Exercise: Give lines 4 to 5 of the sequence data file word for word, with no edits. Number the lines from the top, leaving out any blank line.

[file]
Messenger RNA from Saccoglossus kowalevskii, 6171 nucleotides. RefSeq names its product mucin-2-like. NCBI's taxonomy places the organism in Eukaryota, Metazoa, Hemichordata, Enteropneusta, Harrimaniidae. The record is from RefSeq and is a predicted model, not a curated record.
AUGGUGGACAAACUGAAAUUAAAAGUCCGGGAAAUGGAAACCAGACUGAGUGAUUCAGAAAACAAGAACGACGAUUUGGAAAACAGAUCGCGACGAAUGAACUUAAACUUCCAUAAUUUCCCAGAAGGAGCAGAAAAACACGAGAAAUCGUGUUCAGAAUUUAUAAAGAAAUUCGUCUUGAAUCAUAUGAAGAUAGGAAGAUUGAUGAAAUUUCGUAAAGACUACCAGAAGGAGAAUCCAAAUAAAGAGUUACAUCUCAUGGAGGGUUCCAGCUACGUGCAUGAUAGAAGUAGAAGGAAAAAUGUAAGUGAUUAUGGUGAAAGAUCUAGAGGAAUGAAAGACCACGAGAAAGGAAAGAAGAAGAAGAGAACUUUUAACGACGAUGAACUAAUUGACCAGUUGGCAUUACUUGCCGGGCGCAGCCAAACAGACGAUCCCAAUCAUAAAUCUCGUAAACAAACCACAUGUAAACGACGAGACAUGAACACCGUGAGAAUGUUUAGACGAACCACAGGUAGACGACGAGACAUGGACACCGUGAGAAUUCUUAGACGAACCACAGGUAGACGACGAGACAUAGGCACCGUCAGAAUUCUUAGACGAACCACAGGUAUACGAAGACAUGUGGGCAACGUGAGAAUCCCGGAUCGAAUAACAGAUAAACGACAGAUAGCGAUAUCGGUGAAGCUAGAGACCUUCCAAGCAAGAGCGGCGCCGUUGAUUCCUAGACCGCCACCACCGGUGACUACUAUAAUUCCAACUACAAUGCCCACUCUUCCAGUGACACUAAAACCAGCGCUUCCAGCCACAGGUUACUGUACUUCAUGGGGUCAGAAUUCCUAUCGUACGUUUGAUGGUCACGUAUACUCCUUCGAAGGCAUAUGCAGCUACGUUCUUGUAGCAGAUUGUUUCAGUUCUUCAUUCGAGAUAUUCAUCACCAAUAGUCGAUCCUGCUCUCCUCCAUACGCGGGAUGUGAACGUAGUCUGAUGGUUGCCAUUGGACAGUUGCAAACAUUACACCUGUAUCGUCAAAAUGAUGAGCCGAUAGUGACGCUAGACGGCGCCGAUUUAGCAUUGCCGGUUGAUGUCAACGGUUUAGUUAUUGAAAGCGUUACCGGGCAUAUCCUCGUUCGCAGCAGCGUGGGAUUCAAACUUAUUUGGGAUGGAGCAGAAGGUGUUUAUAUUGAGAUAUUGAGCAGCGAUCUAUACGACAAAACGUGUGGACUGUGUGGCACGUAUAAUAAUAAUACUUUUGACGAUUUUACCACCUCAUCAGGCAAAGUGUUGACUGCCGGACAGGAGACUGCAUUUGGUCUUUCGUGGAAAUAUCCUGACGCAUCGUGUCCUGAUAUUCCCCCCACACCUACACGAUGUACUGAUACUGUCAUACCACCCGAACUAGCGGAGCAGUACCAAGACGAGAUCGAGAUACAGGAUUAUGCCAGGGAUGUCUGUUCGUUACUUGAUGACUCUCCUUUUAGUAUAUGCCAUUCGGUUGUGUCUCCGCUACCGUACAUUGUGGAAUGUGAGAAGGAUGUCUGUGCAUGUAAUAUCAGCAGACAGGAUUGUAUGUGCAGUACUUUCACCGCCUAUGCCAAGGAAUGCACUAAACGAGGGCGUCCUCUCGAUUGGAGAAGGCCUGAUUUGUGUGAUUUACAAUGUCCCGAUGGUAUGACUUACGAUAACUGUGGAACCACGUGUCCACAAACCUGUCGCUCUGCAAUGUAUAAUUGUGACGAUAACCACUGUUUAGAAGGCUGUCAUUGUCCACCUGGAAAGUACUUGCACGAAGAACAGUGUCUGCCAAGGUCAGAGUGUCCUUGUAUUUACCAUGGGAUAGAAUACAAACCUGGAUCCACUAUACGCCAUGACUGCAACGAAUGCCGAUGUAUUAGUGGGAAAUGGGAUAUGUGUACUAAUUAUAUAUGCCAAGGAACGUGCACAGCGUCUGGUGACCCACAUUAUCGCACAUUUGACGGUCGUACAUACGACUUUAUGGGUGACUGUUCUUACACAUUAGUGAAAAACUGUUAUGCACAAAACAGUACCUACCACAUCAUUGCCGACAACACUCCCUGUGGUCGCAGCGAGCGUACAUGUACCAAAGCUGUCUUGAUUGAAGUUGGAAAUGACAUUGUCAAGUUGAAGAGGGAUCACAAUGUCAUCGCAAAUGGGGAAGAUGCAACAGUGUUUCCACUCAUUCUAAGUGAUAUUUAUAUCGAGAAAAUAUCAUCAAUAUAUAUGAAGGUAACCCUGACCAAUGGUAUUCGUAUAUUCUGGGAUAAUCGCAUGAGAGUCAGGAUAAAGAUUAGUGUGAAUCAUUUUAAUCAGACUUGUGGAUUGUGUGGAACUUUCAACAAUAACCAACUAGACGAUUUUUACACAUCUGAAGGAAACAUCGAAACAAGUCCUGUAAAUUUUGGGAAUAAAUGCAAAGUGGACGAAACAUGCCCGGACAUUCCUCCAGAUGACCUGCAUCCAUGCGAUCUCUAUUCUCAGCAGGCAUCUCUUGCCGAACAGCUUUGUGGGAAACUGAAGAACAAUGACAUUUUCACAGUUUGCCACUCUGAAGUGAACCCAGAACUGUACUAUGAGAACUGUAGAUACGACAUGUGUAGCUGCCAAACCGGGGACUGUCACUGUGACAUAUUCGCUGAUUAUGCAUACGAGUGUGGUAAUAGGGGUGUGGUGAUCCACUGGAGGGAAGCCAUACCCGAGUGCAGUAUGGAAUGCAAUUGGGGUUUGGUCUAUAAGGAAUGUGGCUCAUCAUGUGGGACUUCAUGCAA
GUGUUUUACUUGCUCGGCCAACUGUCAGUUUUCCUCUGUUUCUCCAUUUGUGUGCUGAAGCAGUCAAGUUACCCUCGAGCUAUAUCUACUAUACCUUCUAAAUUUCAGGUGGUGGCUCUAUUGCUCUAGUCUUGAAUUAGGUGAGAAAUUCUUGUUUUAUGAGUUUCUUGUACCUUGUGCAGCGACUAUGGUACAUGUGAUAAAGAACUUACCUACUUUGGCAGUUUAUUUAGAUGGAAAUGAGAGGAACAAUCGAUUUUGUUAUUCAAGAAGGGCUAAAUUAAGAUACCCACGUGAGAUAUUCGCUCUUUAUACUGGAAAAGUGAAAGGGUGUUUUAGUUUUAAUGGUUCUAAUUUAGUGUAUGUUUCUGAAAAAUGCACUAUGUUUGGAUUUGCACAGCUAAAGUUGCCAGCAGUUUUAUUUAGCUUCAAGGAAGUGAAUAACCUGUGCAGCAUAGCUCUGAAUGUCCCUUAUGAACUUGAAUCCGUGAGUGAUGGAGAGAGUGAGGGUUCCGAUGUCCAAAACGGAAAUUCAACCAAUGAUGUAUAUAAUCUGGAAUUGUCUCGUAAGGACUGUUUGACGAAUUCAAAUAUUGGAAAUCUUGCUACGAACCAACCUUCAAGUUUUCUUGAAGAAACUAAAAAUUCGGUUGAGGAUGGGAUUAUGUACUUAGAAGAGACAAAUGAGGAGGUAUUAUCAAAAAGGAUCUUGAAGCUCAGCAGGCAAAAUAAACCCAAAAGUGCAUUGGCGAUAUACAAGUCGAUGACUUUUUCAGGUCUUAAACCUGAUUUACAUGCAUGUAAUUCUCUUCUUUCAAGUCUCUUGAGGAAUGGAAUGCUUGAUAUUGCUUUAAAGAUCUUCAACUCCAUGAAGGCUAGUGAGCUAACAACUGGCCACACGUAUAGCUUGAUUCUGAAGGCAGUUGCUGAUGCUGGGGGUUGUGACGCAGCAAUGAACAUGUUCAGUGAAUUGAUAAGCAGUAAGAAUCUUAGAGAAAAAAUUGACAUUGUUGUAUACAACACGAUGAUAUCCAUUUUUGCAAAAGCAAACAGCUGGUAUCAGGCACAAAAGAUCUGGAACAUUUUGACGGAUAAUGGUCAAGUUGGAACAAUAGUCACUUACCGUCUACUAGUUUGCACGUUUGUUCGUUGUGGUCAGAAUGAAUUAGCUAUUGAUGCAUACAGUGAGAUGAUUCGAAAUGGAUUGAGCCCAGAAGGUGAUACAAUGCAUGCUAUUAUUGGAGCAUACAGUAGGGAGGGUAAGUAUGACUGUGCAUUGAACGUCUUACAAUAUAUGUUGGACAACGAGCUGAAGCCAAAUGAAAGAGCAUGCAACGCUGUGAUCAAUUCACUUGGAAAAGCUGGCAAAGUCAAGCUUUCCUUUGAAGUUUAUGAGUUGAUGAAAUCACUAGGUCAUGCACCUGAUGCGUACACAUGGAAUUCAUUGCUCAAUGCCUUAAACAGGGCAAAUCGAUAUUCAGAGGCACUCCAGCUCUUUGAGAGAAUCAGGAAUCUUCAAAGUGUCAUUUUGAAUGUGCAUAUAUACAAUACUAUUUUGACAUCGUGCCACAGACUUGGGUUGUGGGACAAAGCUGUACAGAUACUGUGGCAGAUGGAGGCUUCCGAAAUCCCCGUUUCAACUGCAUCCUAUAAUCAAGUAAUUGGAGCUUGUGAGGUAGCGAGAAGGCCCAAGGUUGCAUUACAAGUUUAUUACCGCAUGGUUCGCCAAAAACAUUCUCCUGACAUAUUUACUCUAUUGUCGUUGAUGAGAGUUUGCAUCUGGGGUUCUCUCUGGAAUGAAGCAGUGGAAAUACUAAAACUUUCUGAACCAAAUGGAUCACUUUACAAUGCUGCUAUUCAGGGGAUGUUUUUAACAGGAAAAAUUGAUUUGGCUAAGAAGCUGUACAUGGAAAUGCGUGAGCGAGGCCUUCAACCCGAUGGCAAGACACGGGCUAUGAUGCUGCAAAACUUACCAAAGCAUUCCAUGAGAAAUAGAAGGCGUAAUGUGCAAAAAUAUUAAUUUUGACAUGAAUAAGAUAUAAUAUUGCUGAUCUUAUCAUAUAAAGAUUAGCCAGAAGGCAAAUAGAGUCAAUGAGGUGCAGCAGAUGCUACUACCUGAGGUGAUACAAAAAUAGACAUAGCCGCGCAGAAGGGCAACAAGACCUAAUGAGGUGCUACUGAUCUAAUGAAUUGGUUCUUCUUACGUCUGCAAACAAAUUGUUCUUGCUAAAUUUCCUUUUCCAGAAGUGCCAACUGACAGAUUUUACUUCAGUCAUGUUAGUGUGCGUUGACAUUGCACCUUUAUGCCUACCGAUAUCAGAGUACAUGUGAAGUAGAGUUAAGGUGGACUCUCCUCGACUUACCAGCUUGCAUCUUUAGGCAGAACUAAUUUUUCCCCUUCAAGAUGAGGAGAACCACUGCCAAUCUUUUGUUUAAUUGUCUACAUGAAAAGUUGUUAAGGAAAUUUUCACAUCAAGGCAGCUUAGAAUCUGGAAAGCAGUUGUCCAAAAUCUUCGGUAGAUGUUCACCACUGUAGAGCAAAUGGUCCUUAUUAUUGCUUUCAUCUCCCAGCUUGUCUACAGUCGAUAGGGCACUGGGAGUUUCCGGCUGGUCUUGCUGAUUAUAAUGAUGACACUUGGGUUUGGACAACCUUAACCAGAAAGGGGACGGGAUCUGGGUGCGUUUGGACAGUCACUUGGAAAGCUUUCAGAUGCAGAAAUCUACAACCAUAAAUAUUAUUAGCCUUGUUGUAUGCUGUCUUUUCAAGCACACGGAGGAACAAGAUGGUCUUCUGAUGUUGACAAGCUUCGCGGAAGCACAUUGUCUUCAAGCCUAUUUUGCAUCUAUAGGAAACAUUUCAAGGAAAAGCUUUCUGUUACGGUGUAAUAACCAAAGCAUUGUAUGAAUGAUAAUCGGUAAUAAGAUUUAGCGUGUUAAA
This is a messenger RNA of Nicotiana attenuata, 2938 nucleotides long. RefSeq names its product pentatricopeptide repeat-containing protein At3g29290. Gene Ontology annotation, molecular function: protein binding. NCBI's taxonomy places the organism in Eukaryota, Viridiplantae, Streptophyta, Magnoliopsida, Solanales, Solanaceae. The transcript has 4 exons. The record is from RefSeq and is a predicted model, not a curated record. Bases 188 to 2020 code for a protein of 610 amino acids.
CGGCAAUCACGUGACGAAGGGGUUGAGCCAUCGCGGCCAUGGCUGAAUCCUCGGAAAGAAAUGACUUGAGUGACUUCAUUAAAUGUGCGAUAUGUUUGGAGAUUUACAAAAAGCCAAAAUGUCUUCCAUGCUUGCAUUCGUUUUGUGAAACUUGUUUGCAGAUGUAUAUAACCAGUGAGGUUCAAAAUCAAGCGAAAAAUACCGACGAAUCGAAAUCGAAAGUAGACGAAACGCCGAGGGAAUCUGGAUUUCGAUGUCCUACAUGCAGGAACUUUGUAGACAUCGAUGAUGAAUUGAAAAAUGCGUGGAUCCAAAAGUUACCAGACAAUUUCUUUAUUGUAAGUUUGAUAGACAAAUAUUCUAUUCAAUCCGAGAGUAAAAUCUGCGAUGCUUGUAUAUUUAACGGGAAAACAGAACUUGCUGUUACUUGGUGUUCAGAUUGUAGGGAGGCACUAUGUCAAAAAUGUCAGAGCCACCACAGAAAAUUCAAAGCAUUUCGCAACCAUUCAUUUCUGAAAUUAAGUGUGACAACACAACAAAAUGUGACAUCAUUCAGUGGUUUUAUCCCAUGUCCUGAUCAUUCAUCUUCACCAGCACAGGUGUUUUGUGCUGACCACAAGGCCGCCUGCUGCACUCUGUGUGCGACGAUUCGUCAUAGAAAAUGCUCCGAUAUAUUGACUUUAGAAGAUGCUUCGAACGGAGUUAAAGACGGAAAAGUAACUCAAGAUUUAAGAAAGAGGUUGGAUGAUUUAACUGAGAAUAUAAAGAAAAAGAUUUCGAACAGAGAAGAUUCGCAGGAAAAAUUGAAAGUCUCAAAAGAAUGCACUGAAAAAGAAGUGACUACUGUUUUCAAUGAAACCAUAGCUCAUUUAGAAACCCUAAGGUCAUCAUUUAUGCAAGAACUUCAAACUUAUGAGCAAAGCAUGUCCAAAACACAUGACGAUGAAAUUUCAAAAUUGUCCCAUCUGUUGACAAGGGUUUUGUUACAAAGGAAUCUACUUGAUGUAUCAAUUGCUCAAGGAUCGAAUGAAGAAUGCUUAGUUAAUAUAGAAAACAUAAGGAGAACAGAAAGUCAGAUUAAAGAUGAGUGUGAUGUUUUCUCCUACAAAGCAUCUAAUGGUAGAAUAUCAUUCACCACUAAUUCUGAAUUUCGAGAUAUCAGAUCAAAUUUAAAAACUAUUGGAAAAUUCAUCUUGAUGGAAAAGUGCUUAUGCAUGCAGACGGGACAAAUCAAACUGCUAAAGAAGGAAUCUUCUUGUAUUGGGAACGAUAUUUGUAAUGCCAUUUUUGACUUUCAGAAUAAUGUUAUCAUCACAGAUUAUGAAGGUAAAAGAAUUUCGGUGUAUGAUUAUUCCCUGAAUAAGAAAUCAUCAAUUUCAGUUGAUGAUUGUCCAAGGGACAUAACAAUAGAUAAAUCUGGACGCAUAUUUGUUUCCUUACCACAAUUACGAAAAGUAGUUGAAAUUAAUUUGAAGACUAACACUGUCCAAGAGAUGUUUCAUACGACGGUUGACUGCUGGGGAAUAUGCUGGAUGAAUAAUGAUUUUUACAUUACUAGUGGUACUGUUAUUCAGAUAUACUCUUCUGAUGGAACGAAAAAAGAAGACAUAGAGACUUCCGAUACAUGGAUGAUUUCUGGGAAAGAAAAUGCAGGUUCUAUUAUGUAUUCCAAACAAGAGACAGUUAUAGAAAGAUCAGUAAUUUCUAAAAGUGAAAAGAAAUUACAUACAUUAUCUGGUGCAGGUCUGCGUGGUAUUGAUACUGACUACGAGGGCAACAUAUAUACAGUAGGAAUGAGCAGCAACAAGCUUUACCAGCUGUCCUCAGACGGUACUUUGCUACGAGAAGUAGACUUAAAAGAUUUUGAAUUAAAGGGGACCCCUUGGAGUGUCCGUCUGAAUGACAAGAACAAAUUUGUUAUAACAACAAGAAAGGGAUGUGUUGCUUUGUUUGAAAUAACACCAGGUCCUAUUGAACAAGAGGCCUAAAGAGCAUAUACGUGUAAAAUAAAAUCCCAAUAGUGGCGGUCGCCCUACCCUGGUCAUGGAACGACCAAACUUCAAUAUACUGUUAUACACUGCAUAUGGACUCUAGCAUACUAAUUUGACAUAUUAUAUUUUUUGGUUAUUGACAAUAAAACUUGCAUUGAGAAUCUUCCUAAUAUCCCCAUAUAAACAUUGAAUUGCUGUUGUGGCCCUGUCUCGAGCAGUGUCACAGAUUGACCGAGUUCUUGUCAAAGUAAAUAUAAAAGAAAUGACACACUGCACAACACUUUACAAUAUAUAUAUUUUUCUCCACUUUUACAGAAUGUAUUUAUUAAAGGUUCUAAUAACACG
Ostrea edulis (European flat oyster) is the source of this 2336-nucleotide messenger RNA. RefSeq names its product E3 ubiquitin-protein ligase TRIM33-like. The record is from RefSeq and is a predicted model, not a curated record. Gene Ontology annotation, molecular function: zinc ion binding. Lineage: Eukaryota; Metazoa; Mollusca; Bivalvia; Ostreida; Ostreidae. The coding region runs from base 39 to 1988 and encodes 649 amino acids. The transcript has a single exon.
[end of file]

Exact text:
This is a messenger RNA of Nicotiana attenuata, 2938 nucleotides long. RefSeq names its product pentatricopeptide repeat-containing protein At3g29290. Gene Ontology annotation, molecular function: protein binding. NCBI's taxonomy places the organism in Eukaryota, Viridiplantae, Streptophyta, Magnoliopsida, Solanales, Solanaceae. The transcript has 4 exons. The record is from RefSeq and is a predicted model, not a curated record. Bases 188 to 2020 code for a protein of 610 amino acids.
CGGCAAUCACGUGACGAAGGGGUUGAGCCAUCGCGGCCAUGGCUGAAUCCUCGGAAAGAAAUGACUUGAGUGACUUCAUUAAAUGUGCGAUAUGUUUGGAGAUUUACAAAAAGCCAAAAUGUCUUCCAUGCUUGCAUUCGUUUUGUGAAACUUGUUUGCAGAUGUAUAUAACCAGUGAGGUUCAAAAUCAAGCGAAAAAUACCGACGAAUCGAAAUCGAAAGUAGACGAAACGCCGAGGGAAUCUGGAUUUCGAUGUCCUACAUGCAGGAACUUUGUAGACAUCGAUGAUGAAUUGAAAAAUGCGUGGAUCCAAAAGUUACCAGACAAUUUCUUUAUUGUAAGUUUGAUAGACAAAUAUUCUAUUCAAUCCGAGAGUAAAAUCUGCGAUGCUUGUAUAUUUAACGGGAAAACAGAACUUGCUGUUACUUGGUGUUCAGAUUGUAGGGAGGCACUAUGUCAAAAAUGUCAGAGCCACCACAGAAAAUUCAAAGCAUUUCGCAACCAUUCAUUUCUGAAAUUAAGUGUGACAACACAACAAAAUGUGACAUCAUUCAGUGGUUUUAUCCCAUGUCCUGAUCAUUCAUCUUCACCAGCACAGGUGUUUUGUGCUGACCACAAGGCCGCCUGCUGCACUCUGUGUGCGACGAUUCGUCAUAGAAAAUGCUCCGAUAUAUUGACUUUAGAAGAUGCUUCGAACGGAGUUAAAGACGGAAAAGUAACUCAAGAUUUAAGAAAGAGGUUGGAUGAUUUAACUGAGAAUAUAAAGAAAAAGAUUUCGAACAGAGAAGAUUCGCAGGAAAAAUUGAAAGUCUCAAAAGAAUGCACUGAAAAAGAAGUGACUACUGUUUUCAAUGAAACCAUAGCUCAUUUAGAAACCCUAAGGUCAUCAUUUAUGCAAGAACUUCAAACUUAUGAGCAAAGCAUGUCCAAAACACAUGACGAUGAAAUUUCAAAAUUGUCCCAUCUGUUGACAAGGGUUUUGUUACAAAGGAAUCUACUUGAUGUAUCAAUUGCUCAAGGAUCGAAUGAAGAAUGCUUAGUUAAUAUAGAAAACAUAAGGAGAACAGAAAGUCAGAUUAAAGAUGAGUGUGAUGUUUUCUCCUACAAAGCAUCUAAUGGUAGAAUAUCAUUCACCACUAAUUCUGAAUUUCGAGAUAUCAGAUCAAAUUUAAAAACUAUUGGAAAAUUCAUCUUGAUGGAAAAGUGCUUAUGCAUGCAGACGGGACAAAUCAAACUGCUAAAGAAGGAAUCUUCUUGUAUUGGGAACGAUAUUUGUAAUGCCAUUUUUGACUUUCAGAAUAAUGUUAUCAUCACAGAUUAUGAAGGUAAAAGAAUUUCGGUGUAUGAUUAUUCCCUGAAUAAGAAAUCAUCAAUUUCAGUUGAUGAUUGUCCAAGGGACAUAACAAUAGAUAAAUCUGGACGCAUAUUUGUUUCCUUACCACAAUUACGAAAAGUAGUUGAAAUUAAUUUGAAGACUAACACUGUCCAAGAGAUGUUUCAUACGACGGUUGACUGCUGGGGAAUAUGCUGGAUGAAUAAUGAUUUUUACAUUACUAGUGGUACUGUUAUUCAGAUAUACUCUUCUGAUGGAACGAAAAAAGAAGACAUAGAGACUUCCGAUACAUGGAUGAUUUCUGGGAAAGAAAAUGCAGGUUCUAUUAUGUAUUCCAAACAAGAGACAGUUAUAGAAAGAUCAGUAAUUUCUAAAAGUGAAAAGAAAUUACAUACAUUAUCUGGUGCAGGUCUGCGUGGUAUUGAUACUGACUACGAGGGCAACAUAUAUACAGUAGGAAUGAGCAGCAACAAGCUUUACCAGCUGUCCUCAGACGGUACUUUGCUACGAGAAGUAGACUUAAAAGAUUUUGAAUUAAAGGGGACCCCUUGGAGUGUCCGUCUGAAUGACAAGAACAAAUUUGUUAUAACAACAAGAAAGGGAUGUGUUGCUUUGUUUGAAAUAACACCAGGUCCUAUUGAACAAGAGGCCUAAAGAGCAUAUACGUGUAAAAUAAAAUCCCAAUAGUGGCGGUCGCCCUACCCUGGUCAUGGAACGACCAAACUUCAAUAUACUGUUAUACACUGCAUAUGGACUCUAGCAUACUAAUUUGACAUAUUAUAUUUUUUGGUUAUUGACAAUAAAACUUGCAUUGAGAAUCUUCCUAAUAUCCCCAUAUAAACAUUGAAUUGCUGUUGUGGCCCUGUCUCGAGCAGUGUCACAGAUUGACCGAGUUCUUGUCAAAGUAAAUAUAAAAGAAAUGACACACUGCACAACACUUUACAAUAUAUAUAUUUUUCUCCACUUUUACAGAAUGUAUUUAUUAAAGGUUCUAAUAACACG